I wish more German Pinot Noir (Spätburgunder) would come to Australia.
But it doesn’t. We get the odd sniff – a wine here and there – but little more. That’s why it was bloody exciting to try some of these wines from Bernard Huber last week.
This is an estate that sits right up at the pointy end of German Spätburgunder, with winemaker Bernard Huber referred to by Michael Schmidt (part of Jancis Robinson’s team) as ‘the wizard of German Pinot Noir’.
Sadly, Bernard Huber passed in 2014, making these 2013 wines his final release (though winemaking duties have been taken over by his son Julian Huber).
The home of Weingut Bernard Huber is Malterdingen, in Baden on the edge of the Black Forest. Baden receives some of the most sunshine hours of anywhere in Germany, and has a winemaking history – and a Pinot Noir history – that dates back 700 years to the Cistercian monks. In fact, Malterdingen is a synonym for Pinot Noir in southern Germany, such is the Pinot context here. The limestone soils just punctuate the equation, too.
That said, the winemaking here is not quite Burgundian. Long oak ageing (in typically newer barrels) and extremely late picking is the norm here, the style more international than a Burgundy mimic, with the acidity and firm edge that a somewhat marginal climate delivers.
The other secret here is yields that can only be described as Grand Cru Burgundy-esque. Ultra-low yields don’t always deliver glory (sometimes it just makes hard wines), but when combined with ideal vineyard sites the result is supremely concentrated wines that, in my opinion, are just as good (though very different) as Burgundy’s finest.
Then again, why compare these wines to Burgundy at all? These are different – and seriously high quality – Pinot Noir expressions. Apparently there is even a tier of quality above these wines too. Jeebus.
Notes are as written on the day (last week). RRP is approximate. Extra bits in italics. Bernard Huber is distributed in Australia by Cellarhand.
Bernard Huber Baden Spätburgunder 2013
From young vines (6-12 years old). Yield 65hl/ha. 14 months in older oak.
Broad cherry flavours with a dash of undergrowth. There’s fruit through the middle but it tightens up through the vaguely ungenerous finish. That glacé red fruit juicy middle though makes this plump and fun, and contrasts nicely with the firm acidity to finish. Quality, though feels rather more cool climate in this lineup. Best drinking: 2017-2021. 17.5/20, 91/100. $53. Would I buy it? I’d go for the more premium wines.
Bernard Huber Alte Reben Spätburgunder 2013
From vines up to 40yrs old. 37hl/ha yield. 18 months in barrel (12 months in new oak).
Has dominant whole bunch (40%) on the nose, but it doesn’t derail the palate. The balance here is exceptional, there’s a sense of ‘just enough’ acidity and the power through the middle is real top tier. Excellent tannin grip too. You can’t shake the sense of winemaking on the edge, of grapes picked late because if they weren’t this wouldn’t be anywhere near as concentrated. Maybe a fraction bitter? Wow this is impressive in its depth, you’d even call it burly. A burly German Pinot! Impressive. Eats up the new oak too. The breadth here is almost Martinborough-esque, but in a different, cooler form. Wow. Best drinking: 2019-2027. 18.5/20, 94/100+. $105. Would I buy it? Oh heck yes!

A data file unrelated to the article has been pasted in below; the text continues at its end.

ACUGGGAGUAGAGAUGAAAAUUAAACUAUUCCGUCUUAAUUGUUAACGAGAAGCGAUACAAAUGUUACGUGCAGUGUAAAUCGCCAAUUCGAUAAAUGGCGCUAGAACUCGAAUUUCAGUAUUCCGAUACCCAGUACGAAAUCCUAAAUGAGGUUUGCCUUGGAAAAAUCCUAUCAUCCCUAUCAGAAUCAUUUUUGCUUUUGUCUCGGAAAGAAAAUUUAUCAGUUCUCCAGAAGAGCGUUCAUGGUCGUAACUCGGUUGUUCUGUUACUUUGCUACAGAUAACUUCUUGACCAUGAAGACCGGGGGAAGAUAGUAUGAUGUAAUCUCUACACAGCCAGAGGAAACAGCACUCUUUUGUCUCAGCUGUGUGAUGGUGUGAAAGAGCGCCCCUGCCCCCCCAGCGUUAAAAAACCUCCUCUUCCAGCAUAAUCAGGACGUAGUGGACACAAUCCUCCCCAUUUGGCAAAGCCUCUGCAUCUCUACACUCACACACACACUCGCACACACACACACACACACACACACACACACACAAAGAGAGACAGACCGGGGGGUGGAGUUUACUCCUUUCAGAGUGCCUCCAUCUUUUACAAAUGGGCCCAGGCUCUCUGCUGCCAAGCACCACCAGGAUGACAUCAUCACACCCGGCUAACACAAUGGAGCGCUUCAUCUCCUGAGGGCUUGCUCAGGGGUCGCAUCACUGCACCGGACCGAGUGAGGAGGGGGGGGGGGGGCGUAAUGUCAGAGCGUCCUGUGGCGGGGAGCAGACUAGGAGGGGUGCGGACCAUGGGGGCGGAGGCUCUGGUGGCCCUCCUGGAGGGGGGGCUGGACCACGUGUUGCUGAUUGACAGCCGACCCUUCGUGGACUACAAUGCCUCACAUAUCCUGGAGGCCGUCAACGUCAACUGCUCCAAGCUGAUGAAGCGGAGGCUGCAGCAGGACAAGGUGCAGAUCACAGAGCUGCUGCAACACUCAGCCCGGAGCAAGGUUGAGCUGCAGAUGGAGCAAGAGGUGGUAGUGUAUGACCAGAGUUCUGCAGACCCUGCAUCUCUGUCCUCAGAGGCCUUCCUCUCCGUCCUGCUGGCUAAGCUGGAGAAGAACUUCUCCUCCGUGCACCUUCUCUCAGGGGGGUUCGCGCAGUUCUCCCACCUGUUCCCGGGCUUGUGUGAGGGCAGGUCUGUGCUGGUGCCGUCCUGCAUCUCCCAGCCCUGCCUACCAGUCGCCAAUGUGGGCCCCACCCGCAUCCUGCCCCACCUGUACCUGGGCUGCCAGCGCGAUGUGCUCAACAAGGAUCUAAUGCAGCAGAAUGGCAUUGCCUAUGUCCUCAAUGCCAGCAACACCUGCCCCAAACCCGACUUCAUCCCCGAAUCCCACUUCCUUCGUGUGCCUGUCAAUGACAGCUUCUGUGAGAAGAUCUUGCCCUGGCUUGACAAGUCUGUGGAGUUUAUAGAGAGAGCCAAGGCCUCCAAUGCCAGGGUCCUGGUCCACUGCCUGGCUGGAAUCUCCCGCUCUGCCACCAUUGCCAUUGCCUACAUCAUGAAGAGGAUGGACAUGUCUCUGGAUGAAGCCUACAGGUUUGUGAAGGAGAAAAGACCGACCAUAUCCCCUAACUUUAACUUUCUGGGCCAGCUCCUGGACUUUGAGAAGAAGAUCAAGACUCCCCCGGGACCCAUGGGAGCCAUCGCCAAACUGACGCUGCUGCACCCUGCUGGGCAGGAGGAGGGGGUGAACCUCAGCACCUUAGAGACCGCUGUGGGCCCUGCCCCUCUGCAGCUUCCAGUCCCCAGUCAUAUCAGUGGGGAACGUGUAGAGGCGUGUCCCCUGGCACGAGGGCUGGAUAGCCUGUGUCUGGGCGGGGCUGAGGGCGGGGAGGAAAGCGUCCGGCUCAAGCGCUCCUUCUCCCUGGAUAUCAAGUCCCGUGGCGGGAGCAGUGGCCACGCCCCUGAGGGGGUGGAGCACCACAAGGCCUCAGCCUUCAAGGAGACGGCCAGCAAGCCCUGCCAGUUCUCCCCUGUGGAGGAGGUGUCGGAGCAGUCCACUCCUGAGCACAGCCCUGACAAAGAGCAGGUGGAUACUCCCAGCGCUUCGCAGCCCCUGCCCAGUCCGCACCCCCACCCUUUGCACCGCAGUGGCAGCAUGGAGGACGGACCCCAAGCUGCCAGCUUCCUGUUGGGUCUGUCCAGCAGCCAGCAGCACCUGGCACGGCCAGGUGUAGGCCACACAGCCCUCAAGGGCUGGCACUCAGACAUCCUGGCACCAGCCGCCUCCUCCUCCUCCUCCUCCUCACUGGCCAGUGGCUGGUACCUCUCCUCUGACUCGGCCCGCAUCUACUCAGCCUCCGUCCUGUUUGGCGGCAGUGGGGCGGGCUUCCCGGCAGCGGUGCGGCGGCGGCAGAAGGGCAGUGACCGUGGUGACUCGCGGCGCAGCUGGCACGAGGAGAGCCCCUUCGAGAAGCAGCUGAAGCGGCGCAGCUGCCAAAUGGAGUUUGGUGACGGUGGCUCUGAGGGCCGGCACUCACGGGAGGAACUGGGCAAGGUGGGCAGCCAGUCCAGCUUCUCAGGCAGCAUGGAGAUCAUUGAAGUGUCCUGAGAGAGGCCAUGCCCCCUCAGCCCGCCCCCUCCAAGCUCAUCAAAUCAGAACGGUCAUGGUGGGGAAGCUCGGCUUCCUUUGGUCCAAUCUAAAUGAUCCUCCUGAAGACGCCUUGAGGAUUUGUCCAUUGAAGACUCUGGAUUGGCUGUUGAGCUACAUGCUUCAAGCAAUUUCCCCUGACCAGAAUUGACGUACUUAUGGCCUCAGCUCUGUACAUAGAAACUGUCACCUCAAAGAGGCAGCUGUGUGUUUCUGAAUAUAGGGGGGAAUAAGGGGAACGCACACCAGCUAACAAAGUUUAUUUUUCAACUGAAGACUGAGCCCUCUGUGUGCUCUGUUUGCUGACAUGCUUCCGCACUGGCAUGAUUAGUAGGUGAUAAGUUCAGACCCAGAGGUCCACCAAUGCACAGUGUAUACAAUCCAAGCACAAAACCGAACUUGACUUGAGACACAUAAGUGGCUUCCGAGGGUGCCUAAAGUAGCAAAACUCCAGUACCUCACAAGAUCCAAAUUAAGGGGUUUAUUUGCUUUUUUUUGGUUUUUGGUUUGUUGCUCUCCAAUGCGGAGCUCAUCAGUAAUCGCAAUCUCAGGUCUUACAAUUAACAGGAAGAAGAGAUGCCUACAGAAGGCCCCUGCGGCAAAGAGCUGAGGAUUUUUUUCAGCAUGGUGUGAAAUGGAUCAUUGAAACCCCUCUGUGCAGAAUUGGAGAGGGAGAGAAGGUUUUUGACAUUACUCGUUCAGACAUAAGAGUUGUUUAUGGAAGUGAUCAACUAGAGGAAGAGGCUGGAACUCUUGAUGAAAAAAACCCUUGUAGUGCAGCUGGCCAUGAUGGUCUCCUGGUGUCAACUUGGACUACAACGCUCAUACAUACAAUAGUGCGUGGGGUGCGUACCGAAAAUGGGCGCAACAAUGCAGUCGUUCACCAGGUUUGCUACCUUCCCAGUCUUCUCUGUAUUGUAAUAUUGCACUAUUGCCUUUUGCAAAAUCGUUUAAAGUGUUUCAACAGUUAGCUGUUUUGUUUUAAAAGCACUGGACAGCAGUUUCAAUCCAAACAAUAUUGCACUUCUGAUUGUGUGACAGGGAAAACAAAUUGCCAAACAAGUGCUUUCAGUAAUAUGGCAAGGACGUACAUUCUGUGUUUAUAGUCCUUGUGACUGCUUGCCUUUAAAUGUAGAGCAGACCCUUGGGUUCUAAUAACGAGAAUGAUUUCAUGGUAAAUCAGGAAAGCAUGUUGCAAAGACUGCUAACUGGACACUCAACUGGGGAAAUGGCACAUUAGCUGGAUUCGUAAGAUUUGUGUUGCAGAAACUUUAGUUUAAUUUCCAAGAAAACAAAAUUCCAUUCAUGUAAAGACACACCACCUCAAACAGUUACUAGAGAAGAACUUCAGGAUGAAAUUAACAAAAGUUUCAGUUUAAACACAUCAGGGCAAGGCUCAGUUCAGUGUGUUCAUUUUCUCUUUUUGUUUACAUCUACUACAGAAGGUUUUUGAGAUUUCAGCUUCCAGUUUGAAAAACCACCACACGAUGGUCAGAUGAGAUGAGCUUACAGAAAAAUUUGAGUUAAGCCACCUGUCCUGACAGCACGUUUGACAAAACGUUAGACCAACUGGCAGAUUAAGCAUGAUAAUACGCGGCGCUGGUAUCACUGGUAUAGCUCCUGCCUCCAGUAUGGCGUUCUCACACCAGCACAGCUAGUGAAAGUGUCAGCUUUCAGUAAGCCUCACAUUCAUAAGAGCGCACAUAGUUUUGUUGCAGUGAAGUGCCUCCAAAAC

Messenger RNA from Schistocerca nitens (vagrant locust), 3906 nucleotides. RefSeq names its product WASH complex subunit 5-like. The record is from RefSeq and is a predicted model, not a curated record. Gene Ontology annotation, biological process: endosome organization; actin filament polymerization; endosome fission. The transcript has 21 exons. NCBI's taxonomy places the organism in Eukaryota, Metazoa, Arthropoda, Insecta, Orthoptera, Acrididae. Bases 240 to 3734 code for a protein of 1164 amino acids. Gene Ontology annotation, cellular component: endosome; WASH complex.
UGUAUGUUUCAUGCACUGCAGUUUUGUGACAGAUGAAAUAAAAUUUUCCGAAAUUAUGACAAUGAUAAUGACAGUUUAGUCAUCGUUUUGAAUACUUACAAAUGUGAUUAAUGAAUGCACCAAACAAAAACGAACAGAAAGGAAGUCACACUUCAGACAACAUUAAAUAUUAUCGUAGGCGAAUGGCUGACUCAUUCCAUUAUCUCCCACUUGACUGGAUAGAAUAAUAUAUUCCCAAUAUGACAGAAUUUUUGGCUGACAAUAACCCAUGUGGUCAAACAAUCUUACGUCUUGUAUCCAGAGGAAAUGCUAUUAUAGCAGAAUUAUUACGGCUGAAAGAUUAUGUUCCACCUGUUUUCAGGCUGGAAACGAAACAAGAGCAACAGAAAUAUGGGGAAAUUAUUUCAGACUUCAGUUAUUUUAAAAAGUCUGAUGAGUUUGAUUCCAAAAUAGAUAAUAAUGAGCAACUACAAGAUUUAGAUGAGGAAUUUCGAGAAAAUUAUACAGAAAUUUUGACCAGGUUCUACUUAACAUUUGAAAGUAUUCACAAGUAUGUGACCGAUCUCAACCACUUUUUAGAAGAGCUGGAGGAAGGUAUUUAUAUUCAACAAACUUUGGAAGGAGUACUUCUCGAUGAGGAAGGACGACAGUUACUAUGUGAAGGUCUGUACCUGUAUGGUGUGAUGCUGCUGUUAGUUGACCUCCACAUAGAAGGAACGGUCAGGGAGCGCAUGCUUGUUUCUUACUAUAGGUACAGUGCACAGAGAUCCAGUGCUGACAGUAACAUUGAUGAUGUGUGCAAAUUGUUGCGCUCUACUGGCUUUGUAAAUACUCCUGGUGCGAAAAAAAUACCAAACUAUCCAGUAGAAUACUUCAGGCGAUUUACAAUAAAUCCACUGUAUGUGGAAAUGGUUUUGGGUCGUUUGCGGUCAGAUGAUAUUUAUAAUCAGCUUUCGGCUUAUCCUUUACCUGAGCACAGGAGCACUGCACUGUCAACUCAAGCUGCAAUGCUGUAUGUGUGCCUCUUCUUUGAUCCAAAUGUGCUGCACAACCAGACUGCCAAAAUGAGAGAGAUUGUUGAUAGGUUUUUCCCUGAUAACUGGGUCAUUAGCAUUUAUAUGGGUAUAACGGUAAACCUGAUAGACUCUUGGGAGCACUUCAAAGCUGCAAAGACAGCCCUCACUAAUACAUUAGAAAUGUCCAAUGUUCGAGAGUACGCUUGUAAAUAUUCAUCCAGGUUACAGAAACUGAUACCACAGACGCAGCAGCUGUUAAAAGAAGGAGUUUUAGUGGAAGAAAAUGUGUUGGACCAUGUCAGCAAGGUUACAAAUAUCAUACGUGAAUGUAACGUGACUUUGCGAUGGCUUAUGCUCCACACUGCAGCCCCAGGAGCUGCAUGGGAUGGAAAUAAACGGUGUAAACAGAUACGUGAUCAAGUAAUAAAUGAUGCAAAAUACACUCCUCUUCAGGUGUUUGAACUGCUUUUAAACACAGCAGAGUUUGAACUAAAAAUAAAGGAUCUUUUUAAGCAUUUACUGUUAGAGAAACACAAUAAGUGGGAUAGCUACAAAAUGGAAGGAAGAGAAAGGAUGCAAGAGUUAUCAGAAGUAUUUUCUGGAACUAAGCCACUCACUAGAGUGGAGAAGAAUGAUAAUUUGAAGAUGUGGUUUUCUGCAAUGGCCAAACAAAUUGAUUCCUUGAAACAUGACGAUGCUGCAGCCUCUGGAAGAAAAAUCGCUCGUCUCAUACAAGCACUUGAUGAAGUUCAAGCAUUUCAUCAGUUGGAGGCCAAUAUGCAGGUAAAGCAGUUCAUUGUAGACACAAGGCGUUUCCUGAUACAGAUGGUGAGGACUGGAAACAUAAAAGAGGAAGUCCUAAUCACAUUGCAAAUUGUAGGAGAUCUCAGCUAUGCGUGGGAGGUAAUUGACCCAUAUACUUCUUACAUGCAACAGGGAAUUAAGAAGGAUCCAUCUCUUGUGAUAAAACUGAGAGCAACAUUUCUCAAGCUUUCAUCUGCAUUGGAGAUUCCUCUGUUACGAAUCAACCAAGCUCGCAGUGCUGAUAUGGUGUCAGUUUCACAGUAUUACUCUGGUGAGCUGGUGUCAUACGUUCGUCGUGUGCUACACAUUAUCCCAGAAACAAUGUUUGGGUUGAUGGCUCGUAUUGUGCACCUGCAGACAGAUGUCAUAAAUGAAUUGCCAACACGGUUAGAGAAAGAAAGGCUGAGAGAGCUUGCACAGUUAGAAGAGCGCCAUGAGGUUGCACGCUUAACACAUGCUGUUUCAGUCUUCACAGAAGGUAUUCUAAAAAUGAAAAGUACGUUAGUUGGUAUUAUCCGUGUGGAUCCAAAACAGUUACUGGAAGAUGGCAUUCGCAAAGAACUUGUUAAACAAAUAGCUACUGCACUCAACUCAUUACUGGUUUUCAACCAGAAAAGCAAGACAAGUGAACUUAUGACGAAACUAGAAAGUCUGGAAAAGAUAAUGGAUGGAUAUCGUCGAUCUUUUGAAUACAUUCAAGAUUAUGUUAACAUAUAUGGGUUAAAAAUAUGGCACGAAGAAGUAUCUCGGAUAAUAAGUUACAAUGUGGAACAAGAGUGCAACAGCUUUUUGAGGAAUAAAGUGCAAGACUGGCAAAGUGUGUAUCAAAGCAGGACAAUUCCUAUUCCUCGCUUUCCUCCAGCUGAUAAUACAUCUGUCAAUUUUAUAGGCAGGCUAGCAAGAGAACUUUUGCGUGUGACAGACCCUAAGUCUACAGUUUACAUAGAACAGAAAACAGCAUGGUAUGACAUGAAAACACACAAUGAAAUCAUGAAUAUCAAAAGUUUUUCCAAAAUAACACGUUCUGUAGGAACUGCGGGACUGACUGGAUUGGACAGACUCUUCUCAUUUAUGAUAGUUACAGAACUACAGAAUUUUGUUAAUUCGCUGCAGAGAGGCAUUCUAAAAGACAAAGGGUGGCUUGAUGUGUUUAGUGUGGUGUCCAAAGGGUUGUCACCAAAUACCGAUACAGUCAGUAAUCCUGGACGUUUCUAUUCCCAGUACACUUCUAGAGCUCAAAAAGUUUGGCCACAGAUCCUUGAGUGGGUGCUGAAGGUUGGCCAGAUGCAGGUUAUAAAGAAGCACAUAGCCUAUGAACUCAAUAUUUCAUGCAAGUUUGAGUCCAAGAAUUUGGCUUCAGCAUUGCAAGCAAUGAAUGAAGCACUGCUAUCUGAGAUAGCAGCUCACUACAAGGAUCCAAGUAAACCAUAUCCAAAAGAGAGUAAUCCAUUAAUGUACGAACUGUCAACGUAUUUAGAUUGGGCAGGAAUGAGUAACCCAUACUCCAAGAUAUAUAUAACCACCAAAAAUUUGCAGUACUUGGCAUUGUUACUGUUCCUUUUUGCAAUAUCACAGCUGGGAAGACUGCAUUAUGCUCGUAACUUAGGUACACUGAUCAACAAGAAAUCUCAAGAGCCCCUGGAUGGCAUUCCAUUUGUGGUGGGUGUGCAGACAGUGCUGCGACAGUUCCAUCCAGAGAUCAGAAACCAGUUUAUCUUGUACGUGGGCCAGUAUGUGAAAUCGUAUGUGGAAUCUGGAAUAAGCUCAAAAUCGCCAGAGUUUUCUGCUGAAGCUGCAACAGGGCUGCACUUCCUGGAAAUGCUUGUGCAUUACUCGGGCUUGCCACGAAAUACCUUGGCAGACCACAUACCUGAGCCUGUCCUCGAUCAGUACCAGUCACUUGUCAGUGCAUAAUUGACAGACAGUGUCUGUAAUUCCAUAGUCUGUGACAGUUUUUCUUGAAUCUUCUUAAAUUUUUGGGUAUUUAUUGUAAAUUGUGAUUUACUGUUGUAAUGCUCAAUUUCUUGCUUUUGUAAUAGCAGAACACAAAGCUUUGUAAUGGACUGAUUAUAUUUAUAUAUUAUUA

Bernard Huber Bienenberg Grosses Gewächs Spätburgunder 2013
From fossil rich limestone soils. Vines 40-53yrs old. 30hl/ha yield.
Smokier, more spice and more expression here. Lots of whole bunch. Silky texture belies just how much whole bunch, in fact. Beautiful pure, pushed to perfect ripeness fruit, no herbs, burly tannins yet still pure silk. Grand Cru Burgundy level concentration. Just a little intrusion from acidity. But gee it shapes the wine. It’s almost too concentrated though, dry and super long. Tangy acidity. But there is this lovely lusciousness too through the middle. Yet no glycerol fatness – it’s still a stern wine. A bloody excellent, powerhouse red! A Pinot of swagger but also acidity. A paradox, even. Stunning. Best drinking: 2017-2030. 18.7/20, 95/100. $144. Would I buy it? Absolutely. GC Burgundy quality, just not the price.
Bernard Huber Schlossberg Grosses Gewächs Spätburgunder 2013
Comes off a slope that has had vines for almost 500 years that reaches a gradient of 72%! Yields are 28hl/ha. 35yr old vines.
This is the most luscious of all the wines here. You’d almost not expect it to be from Germany. Blackberry and the heavy edge of mainly whole bunches. I find the whole bunches just a little intrusive here. Gee the concentration here is wild though! Severe, even. There is less of the acid intrusion on the finish here but it’s still a wild, stemmy and firmly tannic ride. Hard to express just how complex this wine is, even if it is not an easy wine. I prefer the more forthright lusciousness of the Bienenberg as it’s just a bit too firm. In time, however, this may be the better wine. Best drinking: 2019-2032. 18.5/20, 94/100+. $180. Would I buy it? I’d take this for later and the Bienenberg now, thanks.
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